Coping with COVID-19

‘I’m Being Pushed to Another Level': The View From a Small Business Owner

When T. Georgiano’s temporarily closed its doors, Tatyana Sharoubim-Stewart brought her clothing boutique to her customers.

By Ilene Denton April 27, 2020

Tatyana Sharoubim-Stewart in front of her T.Georgiano's shop on First Street.

Image: Cliff Roles

Tatyana Sharoubim-Stewart was 18 years old and a junior at Rollins College in Winter Park when she inherited her late father’s Raleigh, North Carolina-based shoe salon and all its upscale inventory.

“It was 2005 and e-commerce was starting to happen, so I moved to Sarasota and put all the merchandise online,” she says. “There weren’t templates for websites then, so we had to custom-code our own.”

At the same time, Sharoubim-Stewart opened a small showroom by appointment on Fourth Street and Cocoanut Avenue in the not-yet-gentrified Rosemary District and named it T. Georgiano’s. She grew a following by throwing hostess parties, complete with beverages and snacks.

“This was a summer project and I was planning to go back to school,” she says. “Fifteen years later here we are.”

Spurred on by a growing customer base, in November 2007 she opened T. Georgiano’s in the new strip of upscale shops on First Street near Whole Foods. “My store was so high-end—exotic handbags and $800 shoes—it was like a shoe museum,” she says.

And then, in 2008, the economy crashed. Single and the shop’s only employee (she since has married and has two children, ages 5 and 2), Sharoubim-Stewart had to rebrand T. Georgiano’s with inventory at more wide-ranging price points, including leisurewear. “I did what I could,” she says. “I had to create a new identity for the store. I had to evolve, and I had to reinvest.”

Quitting wasn’t an option. “I hung on by the thinnest thread,” she says. “I love it and believe in it so much, I had to continue.”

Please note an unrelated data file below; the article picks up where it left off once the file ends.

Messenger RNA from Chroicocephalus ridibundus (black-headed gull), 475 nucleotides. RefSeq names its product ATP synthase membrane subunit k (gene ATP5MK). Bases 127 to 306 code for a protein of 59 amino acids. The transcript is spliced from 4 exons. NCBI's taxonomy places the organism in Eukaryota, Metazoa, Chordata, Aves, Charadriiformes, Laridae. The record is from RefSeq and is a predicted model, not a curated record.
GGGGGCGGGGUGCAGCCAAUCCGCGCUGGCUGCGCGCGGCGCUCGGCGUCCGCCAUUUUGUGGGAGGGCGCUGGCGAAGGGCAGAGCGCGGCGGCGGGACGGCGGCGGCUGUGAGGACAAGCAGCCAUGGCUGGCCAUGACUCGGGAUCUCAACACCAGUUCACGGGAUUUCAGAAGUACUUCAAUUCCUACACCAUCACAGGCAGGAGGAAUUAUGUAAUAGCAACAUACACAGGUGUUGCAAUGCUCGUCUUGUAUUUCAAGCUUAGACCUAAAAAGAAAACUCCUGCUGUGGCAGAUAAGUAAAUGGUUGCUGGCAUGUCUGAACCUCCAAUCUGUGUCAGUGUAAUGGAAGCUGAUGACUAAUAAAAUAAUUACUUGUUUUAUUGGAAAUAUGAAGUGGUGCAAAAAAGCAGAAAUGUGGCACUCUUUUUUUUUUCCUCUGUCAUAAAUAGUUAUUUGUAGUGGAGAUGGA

What has been hardest as she’s temporarily closed her doors on First Street due to the COVID-19 pandemic, Sharoubim-Stewart says, is not being able to be with people in person. “Our customers are our friends, we hug our customers, we cry, we laugh,” she says. Keeping that connection while transferring to exclusively online shopping is a challenge, but because she utilized social media long before it became commonplace, that has served her well.

She is posting live fashion shows on her Facebook page with special appearances by her children and her dog and has started a Pushup for Resilience challenge in which she posts videos of herself doing 20 pushups a day. When we talked last week, it was Day 35. She also includes short inspirational blog posts in her weekly e-newsletter, which has 2,000 subscribers, along with links to clothing and accessories for purchase in a “life beyond sweatpants” section. And she posts product photos of herself and her family regularly for the 10,000 people who follow her on Instagram.

“I’m trying to motivate and inspire people,” she says. “They may be in isolation, not OK with being at home alone. I’m telling them, you’re allowed to have a bad day, you’re not alone. I’m using everything I have to offer as a human in my customer experience. They’re not just shopping for a product, they’re gaining a connection.”

Sharoubim-Stewart does home deliveries around downtown Sarasota and on Siesta Key, and hopes to offer private shopping appointments in May, in store or at home, “whatever people are comfortable with,” she says.

“I feel I’m being pushed to another level,” she says. “In the long run it will be awesome.”

And she offers one last thought: “Support local businesses,” she says. “We really need them.”

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